• This shows that most of the Member Statesneed to better plan their transposition and notification process for directives that have to be incorporated into national law. As the Guardian of the Treaties, the Commission launches infringement proceedings for non-communication of the expected national measures within 2 months of the transposition deadline’s passing. Too many of these infringement proceedings are being launched because of delays for logistical reasons unrelated to the complexity and/or sensitivity of the directives.
  • Based on information provided by Member States, timely transposition seems to be linked to four factors in particular: (1) Political attention; (2) Careful planning; (3) Starting transposition work while negotiations are still ongoing; (4) Close cooperation with national parliaments. Member States are therefore encouraged to proceed with the necessary steps as early as possible as regards these identified factors, in addition to using tools provided by the Commission. In this context, the Enforcement action plan foresees two concrete actions to improve the transposition and implementation of EU rules: (1) a structured dialogue between Member States and the Commission to be established during the transposition period, and (2) the use of ‘dynamic virtual concordance tables’ to support the transposition process.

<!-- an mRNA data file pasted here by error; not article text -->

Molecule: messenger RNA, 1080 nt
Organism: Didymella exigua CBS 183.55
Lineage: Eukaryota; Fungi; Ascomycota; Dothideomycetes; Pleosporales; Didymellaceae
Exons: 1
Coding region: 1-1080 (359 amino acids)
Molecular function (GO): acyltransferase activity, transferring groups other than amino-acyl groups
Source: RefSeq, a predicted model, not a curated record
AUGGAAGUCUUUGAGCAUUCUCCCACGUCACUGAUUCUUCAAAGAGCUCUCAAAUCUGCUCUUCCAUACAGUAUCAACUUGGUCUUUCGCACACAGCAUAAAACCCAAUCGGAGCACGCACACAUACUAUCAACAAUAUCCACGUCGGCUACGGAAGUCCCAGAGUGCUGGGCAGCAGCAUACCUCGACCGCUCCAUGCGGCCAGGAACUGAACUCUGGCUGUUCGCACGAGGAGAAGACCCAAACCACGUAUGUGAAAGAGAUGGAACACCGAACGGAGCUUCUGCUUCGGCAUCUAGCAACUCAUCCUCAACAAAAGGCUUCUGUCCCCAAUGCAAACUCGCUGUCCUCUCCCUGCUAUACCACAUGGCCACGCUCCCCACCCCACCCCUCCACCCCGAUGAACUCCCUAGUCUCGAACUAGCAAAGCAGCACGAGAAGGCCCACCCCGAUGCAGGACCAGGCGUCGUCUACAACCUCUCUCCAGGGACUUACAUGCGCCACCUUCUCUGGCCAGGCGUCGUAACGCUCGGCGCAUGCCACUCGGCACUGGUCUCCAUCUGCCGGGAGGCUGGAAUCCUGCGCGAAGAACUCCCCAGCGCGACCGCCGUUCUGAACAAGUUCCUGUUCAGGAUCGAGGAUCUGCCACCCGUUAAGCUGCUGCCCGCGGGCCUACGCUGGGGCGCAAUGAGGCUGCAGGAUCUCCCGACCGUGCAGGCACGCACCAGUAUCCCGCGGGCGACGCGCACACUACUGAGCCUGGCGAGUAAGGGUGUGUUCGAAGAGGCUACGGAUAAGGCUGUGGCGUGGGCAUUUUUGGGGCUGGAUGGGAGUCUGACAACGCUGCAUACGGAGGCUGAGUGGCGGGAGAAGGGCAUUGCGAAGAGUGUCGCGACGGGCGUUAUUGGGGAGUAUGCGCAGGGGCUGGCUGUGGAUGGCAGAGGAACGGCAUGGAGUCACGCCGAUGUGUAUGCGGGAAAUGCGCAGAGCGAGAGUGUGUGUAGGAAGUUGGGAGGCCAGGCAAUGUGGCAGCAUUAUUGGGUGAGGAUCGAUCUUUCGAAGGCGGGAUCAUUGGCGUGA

Directives under completeness check

Number of directives under completeness check, as of 10 December 2020.

 
Main finding

A large number of notifications (281) of national measures transposing Single Market directives are being examined by the Commission.

Overdue directives by sector and Member States

This table shows, for each Member State, the total number of directives not fully notified, broken down by sector, as on 10 December 2020. Sectors in which directives have been fully transposed are included under ‘Others’. The highlighted figures show the sector(s) with the highest number of overdue directives in each Member State.

Member State
Audiovisual services (2)
Capital goods (44)
Energy incl. Energy
consumption (19)
Environment (161)
Financial information and
company law (17)
Financial services (54)
Free movement of
professionals (10)
Plant-health legislation (163)
Public procurement (11)
Social Policy (90)
Special freedom of
movement arrangements (12)
Taxation (65)
Transport (112)
Others (267)
TOTAL
Spain1 352 1  2 42 20
Cyprus1 242 1  1315 20
Luxembourg1 25  12 23 4 20
Poland1 251 1  1313 18
Bulgaria1 35  1 112 2 16
Slovenia1 151 1  1321 16
Belgium1 34 11     5 15
Czechia112411    3 2 15
Slovakia1 341 1  1111 14
Ireland1 32111   31  13
Croatia1 25 1    2 1 12